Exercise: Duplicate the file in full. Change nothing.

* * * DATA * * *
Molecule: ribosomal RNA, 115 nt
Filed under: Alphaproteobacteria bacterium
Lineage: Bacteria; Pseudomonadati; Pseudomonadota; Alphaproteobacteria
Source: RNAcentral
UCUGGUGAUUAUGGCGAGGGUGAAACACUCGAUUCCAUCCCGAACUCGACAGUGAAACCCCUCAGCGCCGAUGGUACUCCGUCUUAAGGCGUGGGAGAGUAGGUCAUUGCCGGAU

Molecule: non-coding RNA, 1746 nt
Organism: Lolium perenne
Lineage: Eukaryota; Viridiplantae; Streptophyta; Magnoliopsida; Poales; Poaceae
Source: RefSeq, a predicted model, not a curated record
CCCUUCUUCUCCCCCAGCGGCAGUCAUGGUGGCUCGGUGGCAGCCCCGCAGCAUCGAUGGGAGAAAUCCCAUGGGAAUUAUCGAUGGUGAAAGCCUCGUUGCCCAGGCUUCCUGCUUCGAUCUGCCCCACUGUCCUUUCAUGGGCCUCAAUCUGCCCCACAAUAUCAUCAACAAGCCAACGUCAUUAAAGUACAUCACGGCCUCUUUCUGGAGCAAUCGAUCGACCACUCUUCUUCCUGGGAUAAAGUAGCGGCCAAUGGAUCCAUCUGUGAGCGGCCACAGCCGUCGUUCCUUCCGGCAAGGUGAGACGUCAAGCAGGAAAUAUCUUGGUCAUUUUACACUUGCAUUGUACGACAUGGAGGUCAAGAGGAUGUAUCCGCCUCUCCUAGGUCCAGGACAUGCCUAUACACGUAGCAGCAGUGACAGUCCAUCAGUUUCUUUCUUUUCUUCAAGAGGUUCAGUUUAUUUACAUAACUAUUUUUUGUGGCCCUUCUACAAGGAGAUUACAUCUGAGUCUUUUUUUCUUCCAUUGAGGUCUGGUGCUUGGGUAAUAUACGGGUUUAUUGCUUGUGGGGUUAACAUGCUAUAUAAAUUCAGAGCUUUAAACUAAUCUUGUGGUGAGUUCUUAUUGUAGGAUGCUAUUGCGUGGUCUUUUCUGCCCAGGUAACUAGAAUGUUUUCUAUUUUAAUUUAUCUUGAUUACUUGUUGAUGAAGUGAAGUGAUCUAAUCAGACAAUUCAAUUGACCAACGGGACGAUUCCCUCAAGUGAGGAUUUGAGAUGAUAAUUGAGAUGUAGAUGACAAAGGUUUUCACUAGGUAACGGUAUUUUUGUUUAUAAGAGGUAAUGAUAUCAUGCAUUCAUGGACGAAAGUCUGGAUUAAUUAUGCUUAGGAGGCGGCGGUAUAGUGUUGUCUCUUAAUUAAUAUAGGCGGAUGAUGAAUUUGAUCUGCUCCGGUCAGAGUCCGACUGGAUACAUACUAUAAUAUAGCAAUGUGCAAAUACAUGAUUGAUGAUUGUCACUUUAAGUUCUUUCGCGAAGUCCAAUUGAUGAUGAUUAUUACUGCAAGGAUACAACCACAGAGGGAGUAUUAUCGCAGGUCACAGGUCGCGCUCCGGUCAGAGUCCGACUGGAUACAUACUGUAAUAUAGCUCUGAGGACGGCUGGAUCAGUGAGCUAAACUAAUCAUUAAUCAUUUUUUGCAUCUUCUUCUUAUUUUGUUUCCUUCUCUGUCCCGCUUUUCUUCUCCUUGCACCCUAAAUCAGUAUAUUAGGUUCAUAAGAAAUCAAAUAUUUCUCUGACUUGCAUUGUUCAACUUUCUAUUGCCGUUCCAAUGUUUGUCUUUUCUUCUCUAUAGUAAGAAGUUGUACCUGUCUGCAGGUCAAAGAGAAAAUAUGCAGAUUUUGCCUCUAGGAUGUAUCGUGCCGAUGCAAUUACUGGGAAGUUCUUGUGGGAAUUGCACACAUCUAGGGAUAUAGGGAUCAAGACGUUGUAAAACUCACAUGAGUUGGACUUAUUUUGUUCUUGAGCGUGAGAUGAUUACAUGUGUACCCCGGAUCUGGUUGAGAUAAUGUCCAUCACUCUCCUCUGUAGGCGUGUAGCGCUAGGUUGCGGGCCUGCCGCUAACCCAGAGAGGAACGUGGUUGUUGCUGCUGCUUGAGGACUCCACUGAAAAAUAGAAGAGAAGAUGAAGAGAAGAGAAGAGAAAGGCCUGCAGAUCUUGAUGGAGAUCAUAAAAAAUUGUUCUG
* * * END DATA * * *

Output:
Molecule: ribosomal RNA, 115 nt
Filed under: Alphaproteobacteria bacterium
Lineage: Bacteria; Pseudomonadati; Pseudomonadota; Alphaproteobacteria
Source: RNAcentral
UCUGGUGAUUAUGGCGAGGGUGAAACACUCGAUUCCAUCCCGAACUCGACAGUGAAACCCCUCAGCGCCGAUGGUACUCCGUCUUAAGGCGUGGGAGAGUAGGUCAUUGCCGGAU

Molecule: non-coding RNA, 1746 nt
Organism: Lolium perenne
Lineage: Eukaryota; Viridiplantae; Streptophyta; Magnoliopsida; Poales; Poaceae
Source: RefSeq, a predicted model, not a curated record
CCCUUCUUCUCCCCCAGCGGCAGUCAUGGUGGCUCGGUGGCAGCCCCGCAGCAUCGAUGGGAGAAAUCCCAUGGGAAUUAUCGAUGGUGAAAGCCUCGUUGCCCAGGCUUCCUGCUUCGAUCUGCCCCACUGUCCUUUCAUGGGCCUCAAUCUGCCCCACAAUAUCAUCAACAAGCCAACGUCAUUAAAGUACAUCACGGCCUCUUUCUGGAGCAAUCGAUCGACCACUCUUCUUCCUGGGAUAAAGUAGCGGCCAAUGGAUCCAUCUGUGAGCGGCCACAGCCGUCGUUCCUUCCGGCAAGGUGAGACGUCAAGCAGGAAAUAUCUUGGUCAUUUUACACUUGCAUUGUACGACAUGGAGGUCAAGAGGAUGUAUCCGCCUCUCCUAGGUCCAGGACAUGCCUAUACACGUAGCAGCAGUGACAGUCCAUCAGUUUCUUUCUUUUCUUCAAGAGGUUCAGUUUAUUUACAUAACUAUUUUUUGUGGCCCUUCUACAAGGAGAUUACAUCUGAGUCUUUUUUUCUUCCAUUGAGGUCUGGUGCUUGGGUAAUAUACGGGUUUAUUGCUUGUGGGGUUAACAUGCUAUAUAAAUUCAGAGCUUUAAACUAAUCUUGUGGUGAGUUCUUAUUGUAGGAUGCUAUUGCGUGGUCUUUUCUGCCCAGGUAACUAGAAUGUUUUCUAUUUUAAUUUAUCUUGAUUACUUGUUGAUGAAGUGAAGUGAUCUAAUCAGACAAUUCAAUUGACCAACGGGACGAUUCCCUCAAGUGAGGAUUUGAGAUGAUAAUUGAGAUGUAGAUGACAAAGGUUUUCACUAGGUAACGGUAUUUUUGUUUAUAAGAGGUAAUGAUAUCAUGCAUUCAUGGACGAAAGUCUGGAUUAAUUAUGCUUAGGAGGCGGCGGUAUAGUGUUGUCUCUUAAUUAAUAUAGGCGGAUGAUGAAUUUGAUCUGCUCCGGUCAGAGUCCGACUGGAUACAUACUAUAAUAUAGCAAUGUGCAAAUACAUGAUUGAUGAUUGUCACUUUAAGUUCUUUCGCGAAGUCCAAUUGAUGAUGAUUAUUACUGCAAGGAUACAACCACAGAGGGAGUAUUAUCGCAGGUCACAGGUCGCGCUCCGGUCAGAGUCCGACUGGAUACAUACUGUAAUAUAGCUCUGAGGACGGCUGGAUCAGUGAGCUAAACUAAUCAUUAAUCAUUUUUUGCAUCUUCUUCUUAUUUUGUUUCCUUCUCUGUCCCGCUUUUCUUCUCCUUGCACCCUAAAUCAGUAUAUUAGGUUCAUAAGAAAUCAAAUAUUUCUCUGACUUGCAUUGUUCAACUUUCUAUUGCCGUUCCAAUGUUUGUCUUUUCUUCUCUAUAGUAAGAAGUUGUACCUGUCUGCAGGUCAAAGAGAAAAUAUGCAGAUUUUGCCUCUAGGAUGUAUCGUGCCGAUGCAAUUACUGGGAAGUUCUUGUGGGAAUUGCACACAUCUAGGGAUAUAGGGAUCAAGACGUUGUAAAACUCACAUGAGUUGGACUUAUUUUGUUCUUGAGCGUGAGAUGAUUACAUGUGUACCCCGGAUCUGGUUGAGAUAAUGUCCAUCACUCUCCUCUGUAGGCGUGUAGCGCUAGGUUGCGGGCCUGCCGCUAACCCAGAGAGGAACGUGGUUGUUGCUGCUGCUUGAGGACUCCACUGAAAAAUAGAAGAGAAGAUGAAGAGAAGAGAAGAGAAAGGCCUGCAGAUCUUGAUGGAGAUCAUAAAAAAUUGUUCUG